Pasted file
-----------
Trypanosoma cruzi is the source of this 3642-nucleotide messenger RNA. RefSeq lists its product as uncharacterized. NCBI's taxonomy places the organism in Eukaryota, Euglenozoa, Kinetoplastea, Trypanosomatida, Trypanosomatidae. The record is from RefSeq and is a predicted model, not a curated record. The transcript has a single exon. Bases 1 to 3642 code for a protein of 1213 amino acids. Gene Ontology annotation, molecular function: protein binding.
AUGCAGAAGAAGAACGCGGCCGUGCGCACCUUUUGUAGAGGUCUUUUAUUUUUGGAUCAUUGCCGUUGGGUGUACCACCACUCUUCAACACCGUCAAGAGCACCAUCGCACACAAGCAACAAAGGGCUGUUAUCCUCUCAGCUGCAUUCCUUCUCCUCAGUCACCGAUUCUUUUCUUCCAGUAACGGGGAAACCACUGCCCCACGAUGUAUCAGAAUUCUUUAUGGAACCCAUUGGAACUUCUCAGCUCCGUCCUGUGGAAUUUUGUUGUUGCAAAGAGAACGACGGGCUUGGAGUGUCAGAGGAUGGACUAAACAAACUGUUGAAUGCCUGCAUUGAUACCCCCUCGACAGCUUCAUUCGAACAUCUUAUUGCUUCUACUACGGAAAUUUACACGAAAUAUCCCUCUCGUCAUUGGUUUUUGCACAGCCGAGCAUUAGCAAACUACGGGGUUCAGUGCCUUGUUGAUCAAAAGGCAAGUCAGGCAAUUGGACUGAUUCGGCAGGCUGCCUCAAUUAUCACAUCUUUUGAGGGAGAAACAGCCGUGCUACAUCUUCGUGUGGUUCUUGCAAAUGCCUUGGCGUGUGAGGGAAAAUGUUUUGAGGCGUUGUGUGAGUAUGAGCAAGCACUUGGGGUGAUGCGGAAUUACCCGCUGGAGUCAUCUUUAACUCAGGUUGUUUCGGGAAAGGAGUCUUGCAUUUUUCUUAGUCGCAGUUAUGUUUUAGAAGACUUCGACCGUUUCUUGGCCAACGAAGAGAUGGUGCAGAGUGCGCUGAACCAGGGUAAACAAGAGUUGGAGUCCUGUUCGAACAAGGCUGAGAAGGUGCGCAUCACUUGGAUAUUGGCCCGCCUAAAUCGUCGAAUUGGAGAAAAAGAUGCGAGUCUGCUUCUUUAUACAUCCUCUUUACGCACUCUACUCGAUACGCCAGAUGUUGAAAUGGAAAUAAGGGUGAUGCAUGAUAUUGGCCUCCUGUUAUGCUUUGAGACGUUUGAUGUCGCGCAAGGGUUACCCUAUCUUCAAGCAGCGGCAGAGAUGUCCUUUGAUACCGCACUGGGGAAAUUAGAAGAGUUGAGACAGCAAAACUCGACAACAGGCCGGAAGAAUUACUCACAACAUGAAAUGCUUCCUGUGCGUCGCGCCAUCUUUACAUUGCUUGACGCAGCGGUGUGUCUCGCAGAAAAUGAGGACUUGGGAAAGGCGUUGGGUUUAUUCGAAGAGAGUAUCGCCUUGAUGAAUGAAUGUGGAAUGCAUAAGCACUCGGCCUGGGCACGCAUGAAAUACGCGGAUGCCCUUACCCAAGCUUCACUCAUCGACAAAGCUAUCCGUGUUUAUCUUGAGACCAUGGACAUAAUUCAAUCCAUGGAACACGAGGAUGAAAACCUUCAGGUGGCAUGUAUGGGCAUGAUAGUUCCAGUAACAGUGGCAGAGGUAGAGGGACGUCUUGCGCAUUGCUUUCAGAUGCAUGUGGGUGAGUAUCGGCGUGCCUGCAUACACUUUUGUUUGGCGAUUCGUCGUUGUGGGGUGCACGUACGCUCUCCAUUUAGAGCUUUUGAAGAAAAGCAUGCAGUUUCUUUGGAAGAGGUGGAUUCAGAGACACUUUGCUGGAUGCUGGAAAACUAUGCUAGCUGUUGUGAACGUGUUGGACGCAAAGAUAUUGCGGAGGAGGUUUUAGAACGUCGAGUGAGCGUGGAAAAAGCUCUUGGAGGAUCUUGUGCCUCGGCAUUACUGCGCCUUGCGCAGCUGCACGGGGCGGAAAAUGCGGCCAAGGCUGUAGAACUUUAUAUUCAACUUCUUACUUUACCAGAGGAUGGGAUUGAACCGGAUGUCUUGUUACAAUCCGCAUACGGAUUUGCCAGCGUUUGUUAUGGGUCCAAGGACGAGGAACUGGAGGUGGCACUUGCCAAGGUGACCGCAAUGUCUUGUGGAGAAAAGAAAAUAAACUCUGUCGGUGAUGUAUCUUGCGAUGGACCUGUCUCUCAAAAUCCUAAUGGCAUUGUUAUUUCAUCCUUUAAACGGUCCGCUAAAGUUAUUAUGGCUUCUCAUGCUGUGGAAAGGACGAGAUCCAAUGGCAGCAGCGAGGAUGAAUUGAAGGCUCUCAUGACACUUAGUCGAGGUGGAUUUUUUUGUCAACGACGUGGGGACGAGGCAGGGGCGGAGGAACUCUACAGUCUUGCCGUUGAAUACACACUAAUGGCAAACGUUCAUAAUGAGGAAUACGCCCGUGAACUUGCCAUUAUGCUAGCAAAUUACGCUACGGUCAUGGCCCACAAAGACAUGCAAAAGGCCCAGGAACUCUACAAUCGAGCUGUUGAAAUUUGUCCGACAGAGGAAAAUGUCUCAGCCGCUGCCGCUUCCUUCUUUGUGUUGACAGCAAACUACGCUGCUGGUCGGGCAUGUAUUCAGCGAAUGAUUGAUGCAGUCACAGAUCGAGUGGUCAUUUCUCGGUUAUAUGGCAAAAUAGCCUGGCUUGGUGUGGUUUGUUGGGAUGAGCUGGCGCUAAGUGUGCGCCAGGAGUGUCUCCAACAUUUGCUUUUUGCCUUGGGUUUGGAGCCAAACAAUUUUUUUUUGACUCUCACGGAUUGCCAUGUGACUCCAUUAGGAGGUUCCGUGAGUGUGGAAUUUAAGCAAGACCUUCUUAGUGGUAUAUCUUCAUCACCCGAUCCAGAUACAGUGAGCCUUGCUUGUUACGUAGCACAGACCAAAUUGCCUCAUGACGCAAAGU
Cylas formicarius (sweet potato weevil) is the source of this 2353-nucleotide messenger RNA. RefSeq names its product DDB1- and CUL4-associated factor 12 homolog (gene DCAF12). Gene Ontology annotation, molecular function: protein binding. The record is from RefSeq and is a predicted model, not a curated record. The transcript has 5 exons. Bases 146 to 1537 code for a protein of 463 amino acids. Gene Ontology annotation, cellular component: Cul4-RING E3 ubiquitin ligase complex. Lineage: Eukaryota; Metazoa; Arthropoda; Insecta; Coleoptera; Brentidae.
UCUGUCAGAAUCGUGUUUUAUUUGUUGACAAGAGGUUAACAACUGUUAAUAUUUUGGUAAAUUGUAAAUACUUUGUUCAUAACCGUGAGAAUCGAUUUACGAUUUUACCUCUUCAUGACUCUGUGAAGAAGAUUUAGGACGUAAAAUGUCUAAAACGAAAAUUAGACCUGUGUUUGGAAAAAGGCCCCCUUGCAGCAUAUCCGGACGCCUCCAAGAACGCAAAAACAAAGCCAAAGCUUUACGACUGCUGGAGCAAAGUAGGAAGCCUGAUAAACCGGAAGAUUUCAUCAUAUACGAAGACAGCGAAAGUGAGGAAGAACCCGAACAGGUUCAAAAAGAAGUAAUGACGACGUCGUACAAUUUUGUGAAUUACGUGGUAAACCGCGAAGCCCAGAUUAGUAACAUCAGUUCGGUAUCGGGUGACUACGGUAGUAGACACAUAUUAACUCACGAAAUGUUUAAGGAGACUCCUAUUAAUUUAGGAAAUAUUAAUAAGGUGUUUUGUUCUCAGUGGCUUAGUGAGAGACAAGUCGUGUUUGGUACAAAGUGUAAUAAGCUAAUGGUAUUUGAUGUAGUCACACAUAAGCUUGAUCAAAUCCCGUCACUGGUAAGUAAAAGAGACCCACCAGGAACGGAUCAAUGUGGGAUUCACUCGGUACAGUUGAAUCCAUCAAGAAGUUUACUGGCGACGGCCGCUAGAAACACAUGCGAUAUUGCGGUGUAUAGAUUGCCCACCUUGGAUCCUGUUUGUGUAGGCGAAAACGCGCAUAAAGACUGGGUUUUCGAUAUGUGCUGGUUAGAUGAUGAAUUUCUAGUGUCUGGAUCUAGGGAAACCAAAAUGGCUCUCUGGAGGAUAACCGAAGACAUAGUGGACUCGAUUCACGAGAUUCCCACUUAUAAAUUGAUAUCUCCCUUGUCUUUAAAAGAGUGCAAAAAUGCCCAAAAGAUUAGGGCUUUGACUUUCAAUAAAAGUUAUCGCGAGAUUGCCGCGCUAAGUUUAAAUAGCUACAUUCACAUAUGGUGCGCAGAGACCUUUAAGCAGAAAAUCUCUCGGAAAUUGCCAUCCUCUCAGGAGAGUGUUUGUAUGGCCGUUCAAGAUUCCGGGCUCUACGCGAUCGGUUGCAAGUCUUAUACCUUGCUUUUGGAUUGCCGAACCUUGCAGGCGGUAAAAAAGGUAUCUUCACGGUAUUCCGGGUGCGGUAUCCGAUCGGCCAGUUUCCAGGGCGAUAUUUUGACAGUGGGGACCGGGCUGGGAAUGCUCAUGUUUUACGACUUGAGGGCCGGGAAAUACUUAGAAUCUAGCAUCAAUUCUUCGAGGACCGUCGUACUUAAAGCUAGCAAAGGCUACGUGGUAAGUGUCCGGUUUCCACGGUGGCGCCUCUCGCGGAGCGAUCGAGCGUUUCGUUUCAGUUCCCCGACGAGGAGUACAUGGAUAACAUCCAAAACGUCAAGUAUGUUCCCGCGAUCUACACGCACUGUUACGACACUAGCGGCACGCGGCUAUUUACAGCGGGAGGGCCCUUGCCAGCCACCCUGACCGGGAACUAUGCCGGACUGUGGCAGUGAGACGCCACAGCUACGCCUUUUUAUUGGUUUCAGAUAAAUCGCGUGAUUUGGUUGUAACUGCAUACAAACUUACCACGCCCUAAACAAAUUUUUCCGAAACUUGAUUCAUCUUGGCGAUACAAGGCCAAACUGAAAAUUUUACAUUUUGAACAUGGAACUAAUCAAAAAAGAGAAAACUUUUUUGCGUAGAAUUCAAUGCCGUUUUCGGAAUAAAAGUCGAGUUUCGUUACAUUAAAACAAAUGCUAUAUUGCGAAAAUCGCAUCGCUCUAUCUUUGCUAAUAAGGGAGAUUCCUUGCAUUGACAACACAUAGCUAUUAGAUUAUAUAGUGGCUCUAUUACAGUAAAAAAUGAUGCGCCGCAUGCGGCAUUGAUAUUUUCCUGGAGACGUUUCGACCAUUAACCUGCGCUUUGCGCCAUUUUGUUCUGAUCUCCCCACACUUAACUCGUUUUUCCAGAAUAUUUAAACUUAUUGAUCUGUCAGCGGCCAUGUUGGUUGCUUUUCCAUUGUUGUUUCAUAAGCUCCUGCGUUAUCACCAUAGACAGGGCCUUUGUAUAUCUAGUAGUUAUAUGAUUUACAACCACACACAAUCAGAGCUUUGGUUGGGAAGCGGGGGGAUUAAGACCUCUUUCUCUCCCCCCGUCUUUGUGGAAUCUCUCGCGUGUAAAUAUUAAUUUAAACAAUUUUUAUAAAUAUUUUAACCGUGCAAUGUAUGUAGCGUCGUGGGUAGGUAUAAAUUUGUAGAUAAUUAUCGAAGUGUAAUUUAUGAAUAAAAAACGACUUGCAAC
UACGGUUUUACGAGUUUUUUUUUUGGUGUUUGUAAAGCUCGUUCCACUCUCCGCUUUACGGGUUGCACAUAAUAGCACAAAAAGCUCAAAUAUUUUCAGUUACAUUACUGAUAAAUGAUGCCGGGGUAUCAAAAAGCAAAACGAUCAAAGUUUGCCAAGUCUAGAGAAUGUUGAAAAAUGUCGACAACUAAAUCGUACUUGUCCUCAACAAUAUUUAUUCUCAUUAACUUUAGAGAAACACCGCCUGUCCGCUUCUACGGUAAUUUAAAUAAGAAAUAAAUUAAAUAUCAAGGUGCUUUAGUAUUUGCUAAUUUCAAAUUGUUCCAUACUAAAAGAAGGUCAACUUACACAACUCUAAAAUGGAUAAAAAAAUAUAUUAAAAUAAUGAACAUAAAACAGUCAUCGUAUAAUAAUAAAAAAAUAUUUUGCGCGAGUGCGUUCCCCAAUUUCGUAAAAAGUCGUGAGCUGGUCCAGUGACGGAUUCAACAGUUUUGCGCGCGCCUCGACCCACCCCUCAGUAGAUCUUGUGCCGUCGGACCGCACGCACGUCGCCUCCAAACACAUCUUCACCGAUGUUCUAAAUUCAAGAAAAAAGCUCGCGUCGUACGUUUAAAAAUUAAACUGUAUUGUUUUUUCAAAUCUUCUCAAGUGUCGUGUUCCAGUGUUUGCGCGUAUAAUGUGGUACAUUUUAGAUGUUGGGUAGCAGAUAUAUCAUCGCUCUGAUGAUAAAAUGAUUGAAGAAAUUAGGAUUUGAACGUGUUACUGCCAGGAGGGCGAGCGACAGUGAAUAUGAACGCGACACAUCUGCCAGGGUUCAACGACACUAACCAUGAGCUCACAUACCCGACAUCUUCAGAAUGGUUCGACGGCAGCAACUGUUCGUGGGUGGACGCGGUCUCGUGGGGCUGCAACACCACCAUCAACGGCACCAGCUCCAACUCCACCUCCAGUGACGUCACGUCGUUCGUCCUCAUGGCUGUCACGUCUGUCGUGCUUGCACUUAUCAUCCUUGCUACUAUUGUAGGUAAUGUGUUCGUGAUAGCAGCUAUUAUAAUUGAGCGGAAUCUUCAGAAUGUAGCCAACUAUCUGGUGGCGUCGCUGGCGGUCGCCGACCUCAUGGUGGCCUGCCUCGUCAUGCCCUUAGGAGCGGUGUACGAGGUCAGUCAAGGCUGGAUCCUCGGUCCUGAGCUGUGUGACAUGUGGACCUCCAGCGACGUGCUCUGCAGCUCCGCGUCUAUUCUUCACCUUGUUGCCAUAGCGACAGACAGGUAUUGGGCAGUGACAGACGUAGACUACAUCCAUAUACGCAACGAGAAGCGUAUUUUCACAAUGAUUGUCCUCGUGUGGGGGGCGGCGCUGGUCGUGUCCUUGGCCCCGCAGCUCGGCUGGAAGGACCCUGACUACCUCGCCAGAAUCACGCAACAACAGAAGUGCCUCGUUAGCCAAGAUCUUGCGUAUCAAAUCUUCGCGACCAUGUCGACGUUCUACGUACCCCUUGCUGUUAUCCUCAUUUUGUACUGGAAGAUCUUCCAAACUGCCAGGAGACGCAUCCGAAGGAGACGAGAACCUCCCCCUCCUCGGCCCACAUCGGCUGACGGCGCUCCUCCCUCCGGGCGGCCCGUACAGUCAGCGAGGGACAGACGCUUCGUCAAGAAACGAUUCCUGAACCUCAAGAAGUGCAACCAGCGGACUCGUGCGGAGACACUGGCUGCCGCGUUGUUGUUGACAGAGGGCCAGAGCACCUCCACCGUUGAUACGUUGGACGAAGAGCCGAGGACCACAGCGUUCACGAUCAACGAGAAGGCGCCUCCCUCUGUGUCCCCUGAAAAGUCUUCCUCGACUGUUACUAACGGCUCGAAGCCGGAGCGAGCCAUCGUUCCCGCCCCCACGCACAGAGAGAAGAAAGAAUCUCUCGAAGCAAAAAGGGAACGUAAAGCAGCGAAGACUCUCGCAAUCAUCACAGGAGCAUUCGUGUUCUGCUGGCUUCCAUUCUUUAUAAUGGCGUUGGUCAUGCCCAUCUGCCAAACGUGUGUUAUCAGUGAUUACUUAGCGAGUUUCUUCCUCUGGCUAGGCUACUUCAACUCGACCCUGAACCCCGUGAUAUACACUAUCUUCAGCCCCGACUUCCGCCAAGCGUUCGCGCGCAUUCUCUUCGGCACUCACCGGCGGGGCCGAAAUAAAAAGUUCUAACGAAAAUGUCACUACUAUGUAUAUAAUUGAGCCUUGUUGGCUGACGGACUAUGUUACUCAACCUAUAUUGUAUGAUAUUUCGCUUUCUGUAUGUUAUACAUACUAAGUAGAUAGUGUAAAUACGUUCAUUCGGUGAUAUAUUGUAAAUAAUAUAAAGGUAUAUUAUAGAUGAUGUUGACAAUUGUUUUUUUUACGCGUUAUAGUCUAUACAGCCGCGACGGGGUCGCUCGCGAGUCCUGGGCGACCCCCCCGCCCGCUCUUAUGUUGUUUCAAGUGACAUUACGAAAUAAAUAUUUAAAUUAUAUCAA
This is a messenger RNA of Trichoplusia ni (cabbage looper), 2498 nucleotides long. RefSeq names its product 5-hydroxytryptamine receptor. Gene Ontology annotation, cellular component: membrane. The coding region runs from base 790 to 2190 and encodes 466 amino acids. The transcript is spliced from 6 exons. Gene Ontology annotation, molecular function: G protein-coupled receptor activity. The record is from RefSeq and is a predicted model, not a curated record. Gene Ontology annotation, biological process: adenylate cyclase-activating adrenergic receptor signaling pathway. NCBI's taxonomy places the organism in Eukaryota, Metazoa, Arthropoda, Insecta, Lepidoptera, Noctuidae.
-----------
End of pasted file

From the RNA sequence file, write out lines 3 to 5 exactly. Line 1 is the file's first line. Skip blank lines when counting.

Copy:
Cylas formicarius (sweet potato weevil) is the source of this 2353-nucleotide messenger RNA. RefSeq names its product DDB1- and CUL4-associated factor 12 homolog (gene DCAF12). Gene Ontology annotation, molecular function: protein binding. The record is from RefSeq and is a predicted model, not a curated record. The transcript has 5 exons. Bases 146 to 1537 code for a protein of 463 amino acids. Gene Ontology annotation, cellular component: Cul4-RING E3 ubiquitin ligase complex. Lineage: Eukaryota; Metazoa; Arthropoda; Insecta; Coleoptera; Brentidae.
UCUGUCAGAAUCGUGUUUUAUUUGUUGACAAGAGGUUAACAACUGUUAAUAUUUUGGUAAAUUGUAAAUACUUUGUUCAUAACCGUGAGAAUCGAUUUACGAUUUUACCUCUUCAUGACUCUGUGAAGAAGAUUUAGGACGUAAAAUGUCUAAAACGAAAAUUAGACCUGUGUUUGGAAAAAGGCCCCCUUGCAGCAUAUCCGGACGCCUCCAAGAACGCAAAAACAAAGCCAAAGCUUUACGACUGCUGGAGCAAAGUAGGAAGCCUGAUAAACCGGAAGAUUUCAUCAUAUACGAAGACAGCGAAAGUGAGGAAGAACCCGAACAGGUUCAAAAAGAAGUAAUGACGACGUCGUACAAUUUUGUGAAUUACGUGGUAAACCGCGAAGCCCAGAUUAGUAACAUCAGUUCGGUAUCGGGUGACUACGGUAGUAGACACAUAUUAACUCACGAAAUGUUUAAGGAGACUCCUAUUAAUUUAGGAAAUAUUAAUAAGGUGUUUUGUUCUCAGUGGCUUAGUGAGAGACAAGUCGUGUUUGGUACAAAGUGUAAUAAGCUAAUGGUAUUUGAUGUAGUCACACAUAAGCUUGAUCAAAUCCCGUCACUGGUAAGUAAAAGAGACCCACCAGGAACGGAUCAAUGUGGGAUUCACUCGGUACAGUUGAAUCCAUCAAGAAGUUUACUGGCGACGGCCGCUAGAAACACAUGCGAUAUUGCGGUGUAUAGAUUGCCCACCUUGGAUCCUGUUUGUGUAGGCGAAAACGCGCAUAAAGACUGGGUUUUCGAUAUGUGCUGGUUAGAUGAUGAAUUUCUAGUGUCUGGAUCUAGGGAAACCAAAAUGGCUCUCUGGAGGAUAACCGAAGACAUAGUGGACUCGAUUCACGAGAUUCCCACUUAUAAAUUGAUAUCUCCCUUGUCUUUAAAAGAGUGCAAAAAUGCCCAAAAGAUUAGGGCUUUGACUUUCAAUAAAAGUUAUCGCGAGAUUGCCGCGCUAAGUUUAAAUAGCUACAUUCACAUAUGGUGCGCAGAGACCUUUAAGCAGAAAAUCUCUCGGAAAUUGCCAUCCUCUCAGGAGAGUGUUUGUAUGGCCGUUCAAGAUUCCGGGCUCUACGCGAUCGGUUGCAAGUCUUAUACCUUGCUUUUGGAUUGCCGAACCUUGCAGGCGGUAAAAAAGGUAUCUUCACGGUAUUCCGGGUGCGGUAUCCGAUCGGCCAGUUUCCAGGGCGAUAUUUUGACAGUGGGGACCGGGCUGGGAAUGCUCAUGUUUUACGACUUGAGGGCCGGGAAAUACUUAGAAUCUAGCAUCAAUUCUUCGAGGACCGUCGUACUUAAAGCUAGCAAAGGCUACGUGGUAAGUGUCCGGUUUCCACGGUGGCGCCUCUCGCGGAGCGAUCGAGCGUUUCGUUUCAGUUCCCCGACGAGGAGUACAUGGAUAACAUCCAAAACGUCAAGUAUGUUCCCGCGAUCUACACGCACUGUUACGACACUAGCGGCACGCGGCUAUUUACAGCGGGAGGGCCCUUGCCAGCCACCCUGACCGGGAACUAUGCCGGACUGUGGCAGUGAGACGCCACAGCUACGCCUUUUUAUUGGUUUCAGAUAAAUCGCGUGAUUUGGUUGUAACUGCAUACAAACUUACCACGCCCUAAACAAAUUUUUCCGAAACUUGAUUCAUCUUGGCGAUACAAGGCCAAACUGAAAAUUUUACAUUUUGAACAUGGAACUAAUCAAAAAAGAGAAAACUUUUUUGCGUAGAAUUCAAUGCCGUUUUCGGAAUAAAAGUCGAGUUUCGUUACAUUAAAACAAAUGCUAUAUUGCGAAAAUCGCAUCGCUCUAUCUUUGCUAAUAAGGGAGAUUCCUUGCAUUGACAACACAUAGCUAUUAGAUUAUAUAGUGGCUCUAUUACAGUAAAAAAUGAUGCGCCGCAUGCGGCAUUGAUAUUUUCCUGGAGACGUUUCGACCAUUAACCUGCGCUUUGCGCCAUUUUGUUCUGAUCUCCCCACACUUAACUCGUUUUUCCAGAAUAUUUAAACUUAUUGAUCUGUCAGCGGCCAUGUUGGUUGCUUUUCCAUUGUUGUUUCAUAAGCUCCUGCGUUAUCACCAUAGACAGGGCCUUUGUAUAUCUAGUAGUUAUAUGAUUUACAACCACACACAAUCAGAGCUUUGGUUGGGAAGCGGGGGGAUUAAGACCUCUUUCUCUCCCCCCGUCUUUGUGGAAUCUCUCGCGUGUAAAUAUUAAUUUAAACAAUUUUUAUAAAUAUUUUAACCGUGCAAUGUAUGUAGCGUCGUGGGUAGGUAUAAAUUUGUAGAUAAUUAUCGAAGUGUAAUUUAUGAAUAAAAAACGACUUGCAAC
UACGGUUUUACGAGUUUUUUUUUUGGUGUUUGUAAAGCUCGUUCCACUCUCCGCUUUACGGGUUGCACAUAAUAGCACAAAAAGCUCAAAUAUUUUCAGUUACAUUACUGAUAAAUGAUGCCGGGGUAUCAAAAAGCAAAACGAUCAAAGUUUGCCAAGUCUAGAGAAUGUUGAAAAAUGUCGACAACUAAAUCGUACUUGUCCUCAACAAUAUUUAUUCUCAUUAACUUUAGAGAAACACCGCCUGUCCGCUUCUACGGUAAUUUAAAUAAGAAAUAAAUUAAAUAUCAAGGUGCUUUAGUAUUUGCUAAUUUCAAAUUGUUCCAUACUAAAAGAAGGUCAACUUACACAACUCUAAAAUGGAUAAAAAAAUAUAUUAAAAUAAUGAACAUAAAACAGUCAUCGUAUAAUAAUAAAAAAAUAUUUUGCGCGAGUGCGUUCCCCAAUUUCGUAAAAAGUCGUGAGCUGGUCCAGUGACGGAUUCAACAGUUUUGCGCGCGCCUCGACCCACCCCUCAGUAGAUCUUGUGCCGUCGGACCGCACGCACGUCGCCUCCAAACACAUCUUCACCGAUGUUCUAAAUUCAAGAAAAAAGCUCGCGUCGUACGUUUAAAAAUUAAACUGUAUUGUUUUUUCAAAUCUUCUCAAGUGUCGUGUUCCAGUGUUUGCGCGUAUAAUGUGGUACAUUUUAGAUGUUGGGUAGCAGAUAUAUCAUCGCUCUGAUGAUAAAAUGAUUGAAGAAAUUAGGAUUUGAACGUGUUACUGCCAGGAGGGCGAGCGACAGUGAAUAUGAACGCGACACAUCUGCCAGGGUUCAACGACACUAACCAUGAGCUCACAUACCCGACAUCUUCAGAAUGGUUCGACGGCAGCAACUGUUCGUGGGUGGACGCGGUCUCGUGGGGCUGCAACACCACCAUCAACGGCACCAGCUCCAACUCCACCUCCAGUGACGUCACGUCGUUCGUCCUCAUGGCUGUCACGUCUGUCGUGCUUGCACUUAUCAUCCUUGCUACUAUUGUAGGUAAUGUGUUCGUGAUAGCAGCUAUUAUAAUUGAGCGGAAUCUUCAGAAUGUAGCCAACUAUCUGGUGGCGUCGCUGGCGGUCGCCGACCUCAUGGUGGCCUGCCUCGUCAUGCCCUUAGGAGCGGUGUACGAGGUCAGUCAAGGCUGGAUCCUCGGUCCUGAGCUGUGUGACAUGUGGACCUCCAGCGACGUGCUCUGCAGCUCCGCGUCUAUUCUUCACCUUGUUGCCAUAGCGACAGACAGGUAUUGGGCAGUGACAGACGUAGACUACAUCCAUAUACGCAACGAGAAGCGUAUUUUCACAAUGAUUGUCCUCGUGUGGGGGGCGGCGCUGGUCGUGUCCUUGGCCCCGCAGCUCGGCUGGAAGGACCCUGACUACCUCGCCAGAAUCACGCAACAACAGAAGUGCCUCGUUAGCCAAGAUCUUGCGUAUCAAAUCUUCGCGACCAUGUCGACGUUCUACGUACCCCUUGCUGUUAUCCUCAUUUUGUACUGGAAGAUCUUCCAAACUGCCAGGAGACGCAUCCGAAGGAGACGAGAACCUCCCCCUCCUCGGCCCACAUCGGCUGACGGCGCUCCUCCCUCCGGGCGGCCCGUACAGUCAGCGAGGGACAGACGCUUCGUCAAGAAACGAUUCCUGAACCUCAAGAAGUGCAACCAGCGGACUCGUGCGGAGACACUGGCUGCCGCGUUGUUGUUGACAGAGGGCCAGAGCACCUCCACCGUUGAUACGUUGGACGAAGAGCCGAGGACCACAGCGUUCACGAUCAACGAGAAGGCGCCUCCCUCUGUGUCCCCUGAAAAGUCUUCCUCGACUGUUACUAACGGCUCGAAGCCGGAGCGAGCCAUCGUUCCCGCCCCCACGCACAGAGAGAAGAAAGAAUCUCUCGAAGCAAAAAGGGAACGUAAAGCAGCGAAGACUCUCGCAAUCAUCACAGGAGCAUUCGUGUUCUGCUGGCUUCCAUUCUUUAUAAUGGCGUUGGUCAUGCCCAUCUGCCAAACGUGUGUUAUCAGUGAUUACUUAGCGAGUUUCUUCCUCUGGCUAGGCUACUUCAACUCGACCCUGAACCCCGUGAUAUACACUAUCUUCAGCCCCGACUUCCGCCAAGCGUUCGCGCGCAUUCUCUUCGGCACUCACCGGCGGGGCCGAAAUAAAAAGUUCUAACGAAAAUGUCACUACUAUGUAUAUAAUUGAGCCUUGUUGGCUGACGGACUAUGUUACUCAACCUAUAUUGUAUGAUAUUUCGCUUUCUGUAUGUUAUACAUACUAAGUAGAUAGUGUAAAUACGUUCAUUCGGUGAUAUAUUGUAAAUAAUAUAAAGGUAUAUUAUAGAUGAUGUUGACAAUUGUUUUUUUUACGCGUUAUAGUCUAUACAGCCGCGACGGGGUCGCUCGCGAGUCCUGGGCGACCCCCCCGCCCGCUCUUAUGUUGUUUCAAGUGACAUUACGAAAUAAAUAUUUAAAUUAUAUCAA